27 April 2016

One million smiles since 1989: Mazda’s one-millionth Miata

Nothing beats driving my Mazdaspeed Miata on a warm day, top down, around winding roads during a sunset — nothing. The power, the view and the wind blowing through my hair teamed with smells of 93 octane and fresh air shift all of my daily stress to the back of my mind, nearly forgotten. With its fully independent front and rear suspension, every bump in the road is evident and communicated, but that is how I like it, and Mazda knows me well.

On April 24, 2016, Mazda Motor Corporation announced that the one-millionth Miata had rolled off of the production line on April 22: A milestone figure that took 27 years to achieve. The affordable, lightweight sports car has fans in every country, age group and demographic. For some, such as myself, it was an introductory into the car hobby as a whole. It’s a life-changer that brings smiles to drivers’ and onlookers’ faces, and on every drive, at every corner, the car smiles right along with them. On behalf of all Miata enthusiasts: Thank you Mazda, for bringing spirited drivers along for the ride.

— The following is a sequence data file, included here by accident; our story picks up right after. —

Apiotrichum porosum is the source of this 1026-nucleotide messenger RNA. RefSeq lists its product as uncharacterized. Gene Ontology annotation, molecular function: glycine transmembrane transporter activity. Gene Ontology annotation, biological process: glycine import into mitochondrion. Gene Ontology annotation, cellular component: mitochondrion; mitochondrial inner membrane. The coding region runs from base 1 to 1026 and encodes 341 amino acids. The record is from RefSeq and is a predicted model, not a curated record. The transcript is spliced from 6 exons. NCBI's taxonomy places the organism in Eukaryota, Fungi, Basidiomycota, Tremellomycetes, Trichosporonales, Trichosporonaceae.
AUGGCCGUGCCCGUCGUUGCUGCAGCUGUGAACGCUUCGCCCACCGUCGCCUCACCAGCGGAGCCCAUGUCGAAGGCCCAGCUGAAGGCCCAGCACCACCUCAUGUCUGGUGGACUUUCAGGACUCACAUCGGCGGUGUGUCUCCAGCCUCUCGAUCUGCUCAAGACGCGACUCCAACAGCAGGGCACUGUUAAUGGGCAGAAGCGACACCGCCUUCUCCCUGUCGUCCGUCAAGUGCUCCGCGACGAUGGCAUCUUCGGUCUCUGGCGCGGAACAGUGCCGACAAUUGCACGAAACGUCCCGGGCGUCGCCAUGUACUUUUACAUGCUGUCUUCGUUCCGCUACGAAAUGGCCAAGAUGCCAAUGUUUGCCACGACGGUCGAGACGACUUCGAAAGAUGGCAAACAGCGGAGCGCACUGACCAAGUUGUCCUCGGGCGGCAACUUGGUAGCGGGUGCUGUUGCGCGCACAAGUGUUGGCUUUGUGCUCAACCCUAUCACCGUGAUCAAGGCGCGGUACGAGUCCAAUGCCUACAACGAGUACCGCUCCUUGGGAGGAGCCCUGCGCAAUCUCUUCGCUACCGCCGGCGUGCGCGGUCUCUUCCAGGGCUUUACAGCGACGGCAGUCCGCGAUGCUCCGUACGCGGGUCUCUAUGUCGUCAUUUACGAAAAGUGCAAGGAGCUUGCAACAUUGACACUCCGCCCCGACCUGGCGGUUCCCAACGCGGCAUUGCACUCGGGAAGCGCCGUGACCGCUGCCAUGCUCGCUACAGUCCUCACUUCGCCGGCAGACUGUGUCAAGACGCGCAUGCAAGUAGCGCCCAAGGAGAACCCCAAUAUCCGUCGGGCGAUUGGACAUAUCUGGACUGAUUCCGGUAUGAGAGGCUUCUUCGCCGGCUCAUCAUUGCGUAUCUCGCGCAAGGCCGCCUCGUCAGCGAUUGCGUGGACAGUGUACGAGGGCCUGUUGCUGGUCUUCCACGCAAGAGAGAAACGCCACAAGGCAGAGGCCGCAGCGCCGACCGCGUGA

Mazda’s tireless pursuit of driving pleasure resulted in four generations of Miata: the NA (1989-1997), the NB (1998-2005), the NC (2005-2015) and the most recent display of modern sports car flair, the ND (2016-present). Over this time, the Miata has earned over 200 awards, most recently the 2015-2016 Car of the Year in Japan, the World Car of the Year and World Car Design of the Year 2016. The MX-5 has held the Guinness World Record for the best-selling open-top two-seater sports car for many years. Beginning on May 3 at the Hiroshima Flower Festival, to thank its fans and owners, Mazda will be displaying the one-millionth MX-5 at events throughout the world.

When driving a Miata, top-down is the only way to go. Animated waves and thumbs-up from passersby push my pride to a roaring high. My grin becomes wider with each tight corner, and just when I think we might lose grip, she hugs the road more firmly, turning as if on rails — her smile matching mine. In a Miata, the driver and car become one, and Mazda plans to make that feeling last for many years to come. Here’s to the next million.

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